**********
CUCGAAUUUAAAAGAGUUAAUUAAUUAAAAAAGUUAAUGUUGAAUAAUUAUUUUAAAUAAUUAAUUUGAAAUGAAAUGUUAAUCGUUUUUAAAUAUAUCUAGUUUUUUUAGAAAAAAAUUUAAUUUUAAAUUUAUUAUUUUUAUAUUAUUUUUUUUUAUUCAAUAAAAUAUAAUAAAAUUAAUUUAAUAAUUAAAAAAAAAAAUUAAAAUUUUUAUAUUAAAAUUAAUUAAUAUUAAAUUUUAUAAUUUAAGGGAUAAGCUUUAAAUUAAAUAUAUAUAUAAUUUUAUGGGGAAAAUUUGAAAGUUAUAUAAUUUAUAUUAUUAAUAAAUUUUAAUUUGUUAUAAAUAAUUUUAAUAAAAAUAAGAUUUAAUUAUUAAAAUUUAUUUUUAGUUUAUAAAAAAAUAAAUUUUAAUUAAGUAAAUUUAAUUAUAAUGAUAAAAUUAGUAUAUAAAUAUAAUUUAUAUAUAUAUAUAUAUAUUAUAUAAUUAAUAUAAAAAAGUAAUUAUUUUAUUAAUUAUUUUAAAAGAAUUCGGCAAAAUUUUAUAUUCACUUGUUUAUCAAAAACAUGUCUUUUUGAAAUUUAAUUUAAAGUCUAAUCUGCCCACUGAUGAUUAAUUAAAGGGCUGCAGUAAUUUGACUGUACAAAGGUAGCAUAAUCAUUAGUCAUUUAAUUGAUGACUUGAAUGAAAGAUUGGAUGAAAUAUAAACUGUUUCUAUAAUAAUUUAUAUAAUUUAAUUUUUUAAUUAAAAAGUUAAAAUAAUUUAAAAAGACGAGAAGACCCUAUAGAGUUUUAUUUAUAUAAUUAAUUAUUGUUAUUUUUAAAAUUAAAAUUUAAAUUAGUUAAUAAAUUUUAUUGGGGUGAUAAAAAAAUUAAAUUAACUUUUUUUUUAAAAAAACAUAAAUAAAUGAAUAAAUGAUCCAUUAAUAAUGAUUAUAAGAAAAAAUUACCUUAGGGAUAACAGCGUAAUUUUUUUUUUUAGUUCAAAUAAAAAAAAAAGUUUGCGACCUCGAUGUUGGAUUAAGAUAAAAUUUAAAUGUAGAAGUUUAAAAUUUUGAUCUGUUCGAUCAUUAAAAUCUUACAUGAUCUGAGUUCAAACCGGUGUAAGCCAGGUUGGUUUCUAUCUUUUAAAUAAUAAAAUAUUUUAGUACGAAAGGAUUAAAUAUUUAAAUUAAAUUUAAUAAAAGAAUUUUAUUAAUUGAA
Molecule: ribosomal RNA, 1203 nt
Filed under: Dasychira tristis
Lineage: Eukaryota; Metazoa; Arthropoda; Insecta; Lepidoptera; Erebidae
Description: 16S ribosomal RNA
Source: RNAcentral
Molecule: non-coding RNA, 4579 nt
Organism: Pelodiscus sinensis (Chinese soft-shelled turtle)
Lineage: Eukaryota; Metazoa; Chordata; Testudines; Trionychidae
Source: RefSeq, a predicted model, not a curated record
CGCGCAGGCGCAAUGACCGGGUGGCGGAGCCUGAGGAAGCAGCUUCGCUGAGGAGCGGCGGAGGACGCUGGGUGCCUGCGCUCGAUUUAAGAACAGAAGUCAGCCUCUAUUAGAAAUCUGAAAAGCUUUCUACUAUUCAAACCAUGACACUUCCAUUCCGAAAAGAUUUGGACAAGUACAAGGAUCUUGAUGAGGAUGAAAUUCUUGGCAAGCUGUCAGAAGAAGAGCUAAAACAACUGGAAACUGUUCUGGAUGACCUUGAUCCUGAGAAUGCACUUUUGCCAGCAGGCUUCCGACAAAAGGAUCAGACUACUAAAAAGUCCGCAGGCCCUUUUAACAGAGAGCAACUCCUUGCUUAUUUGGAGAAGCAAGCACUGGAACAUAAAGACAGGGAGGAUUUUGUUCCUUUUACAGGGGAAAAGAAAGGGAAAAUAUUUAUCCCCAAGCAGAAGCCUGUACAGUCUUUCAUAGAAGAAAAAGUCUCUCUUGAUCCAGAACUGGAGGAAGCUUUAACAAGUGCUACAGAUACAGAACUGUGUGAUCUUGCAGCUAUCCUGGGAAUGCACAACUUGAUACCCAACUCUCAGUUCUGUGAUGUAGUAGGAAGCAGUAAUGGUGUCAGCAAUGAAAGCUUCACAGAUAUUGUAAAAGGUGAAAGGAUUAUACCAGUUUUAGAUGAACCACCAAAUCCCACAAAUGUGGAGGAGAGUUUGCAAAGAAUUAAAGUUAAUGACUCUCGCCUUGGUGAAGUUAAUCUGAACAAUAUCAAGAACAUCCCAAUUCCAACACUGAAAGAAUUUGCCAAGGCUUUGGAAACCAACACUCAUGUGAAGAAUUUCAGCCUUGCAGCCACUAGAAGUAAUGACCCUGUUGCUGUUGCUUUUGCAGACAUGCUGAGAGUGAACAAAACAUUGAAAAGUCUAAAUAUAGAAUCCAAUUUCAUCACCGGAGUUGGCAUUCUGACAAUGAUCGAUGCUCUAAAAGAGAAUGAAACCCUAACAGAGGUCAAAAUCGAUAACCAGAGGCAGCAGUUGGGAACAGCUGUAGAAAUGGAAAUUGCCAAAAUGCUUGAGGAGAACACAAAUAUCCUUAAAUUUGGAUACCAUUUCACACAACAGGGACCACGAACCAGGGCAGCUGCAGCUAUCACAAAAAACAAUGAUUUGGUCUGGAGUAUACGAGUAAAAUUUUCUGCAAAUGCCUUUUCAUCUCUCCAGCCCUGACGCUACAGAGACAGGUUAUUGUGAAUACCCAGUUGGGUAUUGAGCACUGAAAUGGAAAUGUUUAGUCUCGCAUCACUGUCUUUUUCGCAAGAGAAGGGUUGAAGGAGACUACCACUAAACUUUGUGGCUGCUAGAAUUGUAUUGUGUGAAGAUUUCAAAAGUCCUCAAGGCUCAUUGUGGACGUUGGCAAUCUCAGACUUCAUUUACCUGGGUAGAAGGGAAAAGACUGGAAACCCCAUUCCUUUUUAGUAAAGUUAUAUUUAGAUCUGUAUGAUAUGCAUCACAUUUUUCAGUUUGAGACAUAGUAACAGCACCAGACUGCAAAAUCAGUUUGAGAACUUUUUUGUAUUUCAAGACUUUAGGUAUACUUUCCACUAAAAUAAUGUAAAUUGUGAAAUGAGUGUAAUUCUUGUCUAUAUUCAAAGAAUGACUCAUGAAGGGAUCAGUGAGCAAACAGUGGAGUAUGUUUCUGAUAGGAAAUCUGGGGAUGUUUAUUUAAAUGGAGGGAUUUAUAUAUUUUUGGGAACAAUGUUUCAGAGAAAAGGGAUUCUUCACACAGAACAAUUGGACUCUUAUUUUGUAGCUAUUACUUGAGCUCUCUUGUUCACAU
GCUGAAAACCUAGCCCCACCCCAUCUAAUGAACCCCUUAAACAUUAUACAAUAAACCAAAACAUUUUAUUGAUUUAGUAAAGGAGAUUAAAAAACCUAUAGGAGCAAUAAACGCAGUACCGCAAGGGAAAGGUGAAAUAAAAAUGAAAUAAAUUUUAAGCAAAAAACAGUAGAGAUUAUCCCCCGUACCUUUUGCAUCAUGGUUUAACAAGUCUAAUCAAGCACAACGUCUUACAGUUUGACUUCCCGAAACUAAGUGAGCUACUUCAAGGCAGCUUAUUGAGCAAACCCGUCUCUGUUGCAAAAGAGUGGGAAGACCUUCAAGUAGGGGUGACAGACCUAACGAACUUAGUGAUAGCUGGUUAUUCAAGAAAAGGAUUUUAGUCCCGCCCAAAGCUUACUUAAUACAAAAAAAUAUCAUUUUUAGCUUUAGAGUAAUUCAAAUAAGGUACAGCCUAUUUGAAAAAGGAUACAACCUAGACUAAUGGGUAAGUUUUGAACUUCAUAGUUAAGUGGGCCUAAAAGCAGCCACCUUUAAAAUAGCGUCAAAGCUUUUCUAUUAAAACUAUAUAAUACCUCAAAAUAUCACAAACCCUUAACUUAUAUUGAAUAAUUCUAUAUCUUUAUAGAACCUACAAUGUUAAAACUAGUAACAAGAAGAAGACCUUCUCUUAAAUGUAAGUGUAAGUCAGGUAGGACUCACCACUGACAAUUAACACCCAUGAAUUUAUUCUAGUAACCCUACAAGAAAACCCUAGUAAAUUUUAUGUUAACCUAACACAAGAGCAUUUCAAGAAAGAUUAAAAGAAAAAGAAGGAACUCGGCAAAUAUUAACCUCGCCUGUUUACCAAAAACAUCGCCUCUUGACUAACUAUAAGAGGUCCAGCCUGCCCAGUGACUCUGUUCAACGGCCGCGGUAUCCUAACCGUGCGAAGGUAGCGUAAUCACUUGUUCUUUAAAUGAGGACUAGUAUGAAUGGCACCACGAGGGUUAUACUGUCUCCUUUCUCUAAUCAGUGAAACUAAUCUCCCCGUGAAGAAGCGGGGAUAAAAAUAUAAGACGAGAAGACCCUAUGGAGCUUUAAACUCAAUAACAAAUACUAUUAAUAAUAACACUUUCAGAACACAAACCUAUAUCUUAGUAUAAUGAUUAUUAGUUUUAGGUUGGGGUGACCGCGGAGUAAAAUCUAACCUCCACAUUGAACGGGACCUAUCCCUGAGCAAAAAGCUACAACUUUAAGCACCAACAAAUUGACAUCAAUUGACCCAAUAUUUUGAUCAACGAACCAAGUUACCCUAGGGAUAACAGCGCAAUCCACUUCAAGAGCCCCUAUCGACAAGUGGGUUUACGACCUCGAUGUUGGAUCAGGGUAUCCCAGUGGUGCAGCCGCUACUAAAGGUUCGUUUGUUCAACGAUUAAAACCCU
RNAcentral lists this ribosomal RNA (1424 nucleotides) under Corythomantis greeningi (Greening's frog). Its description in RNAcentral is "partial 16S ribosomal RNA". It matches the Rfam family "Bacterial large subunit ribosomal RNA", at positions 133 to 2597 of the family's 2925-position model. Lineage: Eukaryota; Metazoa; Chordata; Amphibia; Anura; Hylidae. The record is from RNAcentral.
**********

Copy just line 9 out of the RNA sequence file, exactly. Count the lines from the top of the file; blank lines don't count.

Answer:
Lineage: Eukaryota; Metazoa; Chordata; Testudines; Trionychidae